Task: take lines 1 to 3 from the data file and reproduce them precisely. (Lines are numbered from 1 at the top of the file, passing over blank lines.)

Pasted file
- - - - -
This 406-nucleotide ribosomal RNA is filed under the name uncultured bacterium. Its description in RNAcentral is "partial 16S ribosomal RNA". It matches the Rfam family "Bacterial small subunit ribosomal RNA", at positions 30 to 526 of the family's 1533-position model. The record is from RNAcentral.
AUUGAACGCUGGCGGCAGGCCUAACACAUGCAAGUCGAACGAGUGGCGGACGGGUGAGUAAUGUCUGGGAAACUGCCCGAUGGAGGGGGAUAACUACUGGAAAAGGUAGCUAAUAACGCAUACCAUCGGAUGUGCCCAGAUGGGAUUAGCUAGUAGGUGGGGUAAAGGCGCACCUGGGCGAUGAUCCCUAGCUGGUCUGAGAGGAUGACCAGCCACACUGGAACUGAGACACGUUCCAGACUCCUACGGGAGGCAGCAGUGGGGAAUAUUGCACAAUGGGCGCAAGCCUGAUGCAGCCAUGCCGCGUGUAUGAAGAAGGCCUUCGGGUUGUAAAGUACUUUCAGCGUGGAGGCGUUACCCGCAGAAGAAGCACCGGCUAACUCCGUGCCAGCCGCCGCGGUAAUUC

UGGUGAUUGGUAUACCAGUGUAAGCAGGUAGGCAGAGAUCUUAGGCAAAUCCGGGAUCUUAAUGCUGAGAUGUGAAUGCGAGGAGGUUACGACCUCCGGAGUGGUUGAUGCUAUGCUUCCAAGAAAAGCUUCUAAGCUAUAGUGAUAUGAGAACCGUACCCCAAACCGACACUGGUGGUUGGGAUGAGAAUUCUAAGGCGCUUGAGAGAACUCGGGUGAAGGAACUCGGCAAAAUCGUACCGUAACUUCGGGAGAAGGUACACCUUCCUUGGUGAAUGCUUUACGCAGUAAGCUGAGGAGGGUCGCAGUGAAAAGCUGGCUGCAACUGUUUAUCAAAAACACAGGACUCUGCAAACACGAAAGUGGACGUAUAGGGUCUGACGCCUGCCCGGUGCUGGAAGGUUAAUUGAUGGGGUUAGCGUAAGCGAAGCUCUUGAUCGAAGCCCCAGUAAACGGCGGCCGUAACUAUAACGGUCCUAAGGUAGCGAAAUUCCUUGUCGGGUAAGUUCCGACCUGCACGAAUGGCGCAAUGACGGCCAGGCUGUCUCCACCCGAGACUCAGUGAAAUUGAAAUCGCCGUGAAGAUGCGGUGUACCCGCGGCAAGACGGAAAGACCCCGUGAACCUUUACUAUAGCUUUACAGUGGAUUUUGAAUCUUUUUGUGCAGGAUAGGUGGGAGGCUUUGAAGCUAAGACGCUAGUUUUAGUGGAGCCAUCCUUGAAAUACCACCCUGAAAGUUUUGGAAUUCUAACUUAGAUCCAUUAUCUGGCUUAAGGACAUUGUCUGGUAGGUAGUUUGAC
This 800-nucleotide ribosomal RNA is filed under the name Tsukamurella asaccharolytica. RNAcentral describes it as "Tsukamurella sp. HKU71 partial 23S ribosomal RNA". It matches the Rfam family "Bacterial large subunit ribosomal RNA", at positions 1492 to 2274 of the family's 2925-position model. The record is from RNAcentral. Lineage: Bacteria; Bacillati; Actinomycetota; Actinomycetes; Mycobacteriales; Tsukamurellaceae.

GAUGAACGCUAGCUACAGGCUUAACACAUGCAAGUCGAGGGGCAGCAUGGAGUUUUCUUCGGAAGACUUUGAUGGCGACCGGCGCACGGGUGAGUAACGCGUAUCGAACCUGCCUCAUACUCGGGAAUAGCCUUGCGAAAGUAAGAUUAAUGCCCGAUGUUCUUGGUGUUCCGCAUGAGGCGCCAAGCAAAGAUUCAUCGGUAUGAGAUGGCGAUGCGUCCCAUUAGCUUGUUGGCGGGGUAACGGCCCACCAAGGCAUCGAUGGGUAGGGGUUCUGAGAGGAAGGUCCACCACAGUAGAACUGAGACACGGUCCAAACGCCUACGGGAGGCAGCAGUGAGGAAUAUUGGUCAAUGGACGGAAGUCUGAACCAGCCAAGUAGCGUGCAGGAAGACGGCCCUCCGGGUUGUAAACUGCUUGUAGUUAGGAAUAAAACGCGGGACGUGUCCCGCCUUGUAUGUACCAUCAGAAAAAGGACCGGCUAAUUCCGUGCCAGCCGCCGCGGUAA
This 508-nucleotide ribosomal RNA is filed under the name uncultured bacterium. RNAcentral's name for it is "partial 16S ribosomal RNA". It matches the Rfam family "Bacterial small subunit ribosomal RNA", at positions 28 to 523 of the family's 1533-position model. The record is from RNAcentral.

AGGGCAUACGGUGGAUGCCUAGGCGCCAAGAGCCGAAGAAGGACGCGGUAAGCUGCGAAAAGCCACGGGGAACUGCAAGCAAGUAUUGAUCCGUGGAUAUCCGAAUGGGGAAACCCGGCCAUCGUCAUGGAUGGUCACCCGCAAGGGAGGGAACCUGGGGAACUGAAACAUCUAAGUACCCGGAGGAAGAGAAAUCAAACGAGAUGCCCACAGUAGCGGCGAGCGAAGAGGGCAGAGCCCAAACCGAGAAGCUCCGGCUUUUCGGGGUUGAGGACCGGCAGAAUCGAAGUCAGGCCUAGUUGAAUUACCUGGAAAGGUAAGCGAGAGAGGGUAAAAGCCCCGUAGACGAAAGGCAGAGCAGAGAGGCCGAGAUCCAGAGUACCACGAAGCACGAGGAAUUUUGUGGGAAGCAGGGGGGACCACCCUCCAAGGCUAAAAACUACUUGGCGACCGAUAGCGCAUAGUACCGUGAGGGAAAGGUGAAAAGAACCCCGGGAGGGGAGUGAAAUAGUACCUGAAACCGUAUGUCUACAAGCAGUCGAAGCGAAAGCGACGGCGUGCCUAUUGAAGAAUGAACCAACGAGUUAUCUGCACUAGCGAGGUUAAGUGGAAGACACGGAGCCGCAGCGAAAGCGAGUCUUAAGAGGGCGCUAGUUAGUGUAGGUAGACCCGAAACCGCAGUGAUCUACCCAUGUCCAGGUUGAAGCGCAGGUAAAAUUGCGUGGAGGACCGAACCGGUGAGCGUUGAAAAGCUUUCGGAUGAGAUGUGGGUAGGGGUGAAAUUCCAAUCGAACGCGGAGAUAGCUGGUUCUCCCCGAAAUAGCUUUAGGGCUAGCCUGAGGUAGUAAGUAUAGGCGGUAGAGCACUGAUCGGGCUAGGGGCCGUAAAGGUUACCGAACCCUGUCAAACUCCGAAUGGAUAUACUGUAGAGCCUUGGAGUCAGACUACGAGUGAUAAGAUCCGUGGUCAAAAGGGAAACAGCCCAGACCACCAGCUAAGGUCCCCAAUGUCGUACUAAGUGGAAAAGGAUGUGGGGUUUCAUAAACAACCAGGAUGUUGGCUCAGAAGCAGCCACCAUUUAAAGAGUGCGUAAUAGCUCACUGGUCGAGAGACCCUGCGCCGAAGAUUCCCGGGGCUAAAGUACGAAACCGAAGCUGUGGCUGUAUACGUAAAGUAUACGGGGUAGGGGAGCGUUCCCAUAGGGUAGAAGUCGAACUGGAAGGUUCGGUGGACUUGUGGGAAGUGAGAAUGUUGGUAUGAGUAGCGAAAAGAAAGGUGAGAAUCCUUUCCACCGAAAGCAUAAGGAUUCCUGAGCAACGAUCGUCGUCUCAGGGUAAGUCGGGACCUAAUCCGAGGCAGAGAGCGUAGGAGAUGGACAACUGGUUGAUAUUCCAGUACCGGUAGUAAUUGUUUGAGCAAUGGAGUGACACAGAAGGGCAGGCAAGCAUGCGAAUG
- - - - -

This 406-nucleotide ribosomal RNA is filed under the name uncultured bacterium. Its description in RNAcentral is "partial 16S ribosomal RNA". It matches the Rfam family "Bacterial small subunit ribosomal RNA", at positions 30 to 526 of the family's 1533-position model. The record is from RNAcentral.
AUUGAACGCUGGCGGCAGGCCUAACACAUGCAAGUCGAACGAGUGGCGGACGGGUGAGUAAUGUCUGGGAAACUGCCCGAUGGAGGGGGAUAACUACUGGAAAAGGUAGCUAAUAACGCAUACCAUCGGAUGUGCCCAGAUGGGAUUAGCUAGUAGGUGGGGUAAAGGCGCACCUGGGCGAUGAUCCCUAGCUGGUCUGAGAGGAUGACCAGCCACACUGGAACUGAGACACGUUCCAGACUCCUACGGGAGGCAGCAGUGGGGAAUAUUGCACAAUGGGCGCAAGCCUGAUGCAGCCAUGCCGCGUGUAUGAAGAAGGCCUUCGGGUUGUAAAGUACUUUCAGCGUGGAGGCGUUACCCGCAGAAGAAGCACCGGCUAACUCCGUGCCAGCCGCCGCGGUAAUUC

UGGUGAUUGGUAUACCAGUGUAAGCAGGUAGGCAGAGAUCUUAGGCAAAUCCGGGAUCUUAAUGCUGAGAUGUGAAUGCGAGGAGGUUACGACCUCCGGAGUGGUUGAUGCUAUGCUUCCAAGAAAAGCUUCUAAGCUAUAGUGAUAUGAGAACCGUACCCCAAACCGACACUGGUGGUUGGGAUGAGAAUUCUAAGGCGCUUGAGAGAACUCGGGUGAAGGAACUCGGCAAAAUCGUACCGUAACUUCGGGAGAAGGUACACCUUCCUUGGUGAAUGCUUUACGCAGUAAGCUGAGGAGGGUCGCAGUGAAAAGCUGGCUGCAACUGUUUAUCAAAAACACAGGACUCUGCAAACACGAAAGUGGACGUAUAGGGUCUGACGCCUGCCCGGUGCUGGAAGGUUAAUUGAUGGGGUUAGCGUAAGCGAAGCUCUUGAUCGAAGCCCCAGUAAACGGCGGCCGUAACUAUAACGGUCCUAAGGUAGCGAAAUUCCUUGUCGGGUAAGUUCCGACCUGCACGAAUGGCGCAAUGACGGCCAGGCUGUCUCCACCCGAGACUCAGUGAAAUUGAAAUCGCCGUGAAGAUGCGGUGUACCCGCGGCAAGACGGAAAGACCCCGUGAACCUUUACUAUAGCUUUACAGUGGAUUUUGAAUCUUUUUGUGCAGGAUAGGUGGGAGGCUUUGAAGCUAAGACGCUAGUUUUAGUGGAGCCAUCCUUGAAAUACCACCCUGAAAGUUUUGGAAUUCUAACUUAGAUCCAUUAUCUGGCUUAAGGACAUUGUCUGGUAGGUAGUUUGAC